Adjusting to small town USA?

posted 3 years ago in Career
Post # 3
Member
419 posts
Helper bee
  • Wedding: November 1999

I moved from the Midwest to Atlanta, and now to being even further Southeast. It’s been 2 years and it still feels like I’m an outsider. I talk to other outsiders and they’ve been around for 10 or more years and never feel like they fit in. It’s kind of demotivating. I don’t really have any advice. Just wanted to say I understand and it is real.

Post # 5
Member
577 posts
Busy bee
  • Wedding: April 2012

I grew up in suburbia but lived in a very small town (pop. ~2000) for a few years after college.  I felt like outsiders were welcomed there, but only if they became very involved in the community and actively made an effort to get to know everyone. I did the best I could, and after awhile I felt like I sort of fit in. I’m also an introvert by nature so I wasn’t extremely involved and a lot of people didn’t understand that. 

The worst thing was the lack of privacy. If one person in town knew something about you, the whole town knew. I tried to keep my business to myself for that reason, because it was incredibly annoying to have people ask me about personal things that they had no business knowning. On the other hand, in such a small place with limited people to talk to, gossip is kind of what makes the town go ’round.

Do you live in the new town, or are you just commuting there for work? If you’re commuting, you’ll probably be seen as an outsider. It will help if you try to get involved by going to community events outside of work.

Post # 6
Member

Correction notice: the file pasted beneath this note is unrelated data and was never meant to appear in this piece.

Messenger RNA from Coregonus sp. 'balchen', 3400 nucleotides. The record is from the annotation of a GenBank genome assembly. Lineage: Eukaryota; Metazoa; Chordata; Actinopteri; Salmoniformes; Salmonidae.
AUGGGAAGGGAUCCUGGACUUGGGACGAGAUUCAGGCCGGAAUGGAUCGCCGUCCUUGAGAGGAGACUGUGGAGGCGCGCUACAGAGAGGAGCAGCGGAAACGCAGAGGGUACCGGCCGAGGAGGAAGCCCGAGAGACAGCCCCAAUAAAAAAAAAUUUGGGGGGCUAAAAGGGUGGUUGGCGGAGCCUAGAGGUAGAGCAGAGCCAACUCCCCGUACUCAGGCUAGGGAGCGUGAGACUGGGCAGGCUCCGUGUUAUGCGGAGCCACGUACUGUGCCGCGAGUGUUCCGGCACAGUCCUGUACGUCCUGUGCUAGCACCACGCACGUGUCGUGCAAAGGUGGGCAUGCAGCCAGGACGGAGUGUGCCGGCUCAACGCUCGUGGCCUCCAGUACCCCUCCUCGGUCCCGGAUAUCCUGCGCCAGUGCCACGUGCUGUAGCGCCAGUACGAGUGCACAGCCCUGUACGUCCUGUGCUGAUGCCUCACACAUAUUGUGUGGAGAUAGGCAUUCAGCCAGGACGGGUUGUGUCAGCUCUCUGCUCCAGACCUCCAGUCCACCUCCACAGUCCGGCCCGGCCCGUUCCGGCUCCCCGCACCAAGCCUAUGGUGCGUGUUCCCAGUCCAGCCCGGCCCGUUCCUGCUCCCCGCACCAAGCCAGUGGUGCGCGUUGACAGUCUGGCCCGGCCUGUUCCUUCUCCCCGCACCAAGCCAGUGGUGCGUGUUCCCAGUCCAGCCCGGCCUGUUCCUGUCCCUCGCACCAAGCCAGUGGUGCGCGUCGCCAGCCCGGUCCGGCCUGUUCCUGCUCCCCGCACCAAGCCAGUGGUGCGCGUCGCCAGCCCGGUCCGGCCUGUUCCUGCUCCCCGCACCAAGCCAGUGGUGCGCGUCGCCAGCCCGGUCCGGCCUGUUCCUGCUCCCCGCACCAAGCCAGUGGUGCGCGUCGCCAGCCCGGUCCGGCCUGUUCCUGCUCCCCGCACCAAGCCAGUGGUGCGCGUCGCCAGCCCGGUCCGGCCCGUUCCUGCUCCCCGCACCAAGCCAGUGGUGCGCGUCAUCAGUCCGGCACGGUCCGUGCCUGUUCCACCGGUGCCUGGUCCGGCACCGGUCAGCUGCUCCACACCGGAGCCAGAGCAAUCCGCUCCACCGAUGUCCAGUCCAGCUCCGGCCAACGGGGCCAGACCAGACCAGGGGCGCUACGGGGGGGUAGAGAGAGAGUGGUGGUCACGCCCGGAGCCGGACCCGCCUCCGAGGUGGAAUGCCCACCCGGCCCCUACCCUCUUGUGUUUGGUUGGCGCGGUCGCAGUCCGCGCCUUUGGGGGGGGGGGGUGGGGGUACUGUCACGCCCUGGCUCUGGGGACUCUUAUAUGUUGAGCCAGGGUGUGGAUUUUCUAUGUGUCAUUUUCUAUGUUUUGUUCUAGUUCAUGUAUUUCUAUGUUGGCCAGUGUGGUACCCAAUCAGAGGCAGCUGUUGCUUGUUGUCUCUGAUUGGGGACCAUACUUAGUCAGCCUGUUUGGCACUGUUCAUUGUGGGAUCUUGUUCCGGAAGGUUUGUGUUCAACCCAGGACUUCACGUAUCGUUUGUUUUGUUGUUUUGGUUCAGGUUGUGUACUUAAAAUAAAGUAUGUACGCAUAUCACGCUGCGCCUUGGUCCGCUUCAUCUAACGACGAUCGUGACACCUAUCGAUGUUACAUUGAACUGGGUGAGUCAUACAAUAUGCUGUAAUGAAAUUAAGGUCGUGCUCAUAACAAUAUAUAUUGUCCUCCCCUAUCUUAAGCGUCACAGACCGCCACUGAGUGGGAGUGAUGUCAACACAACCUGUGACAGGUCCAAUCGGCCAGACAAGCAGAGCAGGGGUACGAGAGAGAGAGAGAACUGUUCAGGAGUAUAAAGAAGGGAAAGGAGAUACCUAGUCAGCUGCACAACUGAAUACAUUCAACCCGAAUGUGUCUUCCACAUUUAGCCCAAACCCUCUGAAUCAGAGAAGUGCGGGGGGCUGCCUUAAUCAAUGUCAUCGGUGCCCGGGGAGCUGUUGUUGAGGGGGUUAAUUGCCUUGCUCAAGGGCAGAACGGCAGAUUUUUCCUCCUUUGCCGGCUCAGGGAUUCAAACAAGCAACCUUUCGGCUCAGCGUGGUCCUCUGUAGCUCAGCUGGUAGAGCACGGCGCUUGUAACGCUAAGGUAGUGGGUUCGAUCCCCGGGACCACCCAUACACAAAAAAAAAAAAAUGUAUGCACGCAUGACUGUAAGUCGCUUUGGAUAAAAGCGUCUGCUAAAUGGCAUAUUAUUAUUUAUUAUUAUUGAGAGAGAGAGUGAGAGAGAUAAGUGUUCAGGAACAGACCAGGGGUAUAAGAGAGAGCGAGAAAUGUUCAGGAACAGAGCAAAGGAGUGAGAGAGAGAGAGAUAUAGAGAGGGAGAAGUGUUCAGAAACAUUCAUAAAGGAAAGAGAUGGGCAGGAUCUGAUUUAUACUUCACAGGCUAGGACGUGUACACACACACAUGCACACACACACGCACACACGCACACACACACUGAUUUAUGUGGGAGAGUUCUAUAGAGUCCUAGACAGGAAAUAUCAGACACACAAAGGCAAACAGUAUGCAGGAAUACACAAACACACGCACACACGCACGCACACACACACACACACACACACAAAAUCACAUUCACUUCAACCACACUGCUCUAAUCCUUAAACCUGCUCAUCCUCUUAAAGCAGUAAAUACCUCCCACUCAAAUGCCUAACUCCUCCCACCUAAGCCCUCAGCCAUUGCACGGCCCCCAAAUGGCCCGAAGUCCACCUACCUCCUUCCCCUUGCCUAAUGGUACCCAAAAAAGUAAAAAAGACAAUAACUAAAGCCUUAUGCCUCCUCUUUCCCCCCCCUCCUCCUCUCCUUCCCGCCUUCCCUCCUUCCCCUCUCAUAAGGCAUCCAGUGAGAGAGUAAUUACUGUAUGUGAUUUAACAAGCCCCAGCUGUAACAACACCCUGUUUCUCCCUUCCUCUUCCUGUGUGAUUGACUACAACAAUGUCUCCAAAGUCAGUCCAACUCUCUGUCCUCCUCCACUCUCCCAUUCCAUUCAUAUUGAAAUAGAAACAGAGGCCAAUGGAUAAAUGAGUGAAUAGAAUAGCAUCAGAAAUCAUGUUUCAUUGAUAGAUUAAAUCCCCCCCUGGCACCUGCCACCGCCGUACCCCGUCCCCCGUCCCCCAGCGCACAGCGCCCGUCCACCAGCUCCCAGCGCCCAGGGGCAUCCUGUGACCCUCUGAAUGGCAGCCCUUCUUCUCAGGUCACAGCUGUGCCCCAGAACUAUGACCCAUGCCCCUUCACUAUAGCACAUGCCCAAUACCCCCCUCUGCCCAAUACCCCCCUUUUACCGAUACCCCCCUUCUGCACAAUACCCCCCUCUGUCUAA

3280 posts
Sugar bee
  • Wedding: June 2014

FI & I both grew up in a small town of 500 people and just bought a house here. For us it’s just normal and could never imagine anything else. I went to University of Illinois which has 40k+ students and it made me realize I definitelyy could never live in a big city. In most small towns, ours at least, everyone knows everyone’s business and you really don’t have any privacy. Introduce yourself to the neighbors, hang out in the town and get to know people, it will go a long way! Good luck!

Post # 7
Member
1768 posts
Buzzing bee
  • Wedding: June 2014

I grew up in a small town (my county had four school districts, each with an elementary, middle, and high school). I went to the second largest HS in the county and we only had 400 students. All I’m saying is my parents moved to the area when I was 2, and still live there, and they’re still considered “out of towners” and new people. It takes a loooonnngggg time to be “one of them”…like generations worth of time. That’s not necessarily a bad thing, ha!

Post # 9
Member
577 posts
Busy bee
  • Wedding: April 2012

@AmeliaBedelia:  Something else I just remembered is that because the town was so small, everyone was friends with their coworkers and socialized with each other a lot outside of work. I didn’t do it as much because I didn’t want to spend time with the same people ALL the time. I find it kind of awkward to be best friends with your boss, but it happened a lot. It made work uncomfortable sometimes because my coworkers would talk about what they did together over the weekend and I felt left out. And sometimes personal relationships got in the way of office conflicts. I don’t really know a good way to deal with it though.

Post # 11
Member
3442 posts
Sugar bee
  • Wedding: July 2013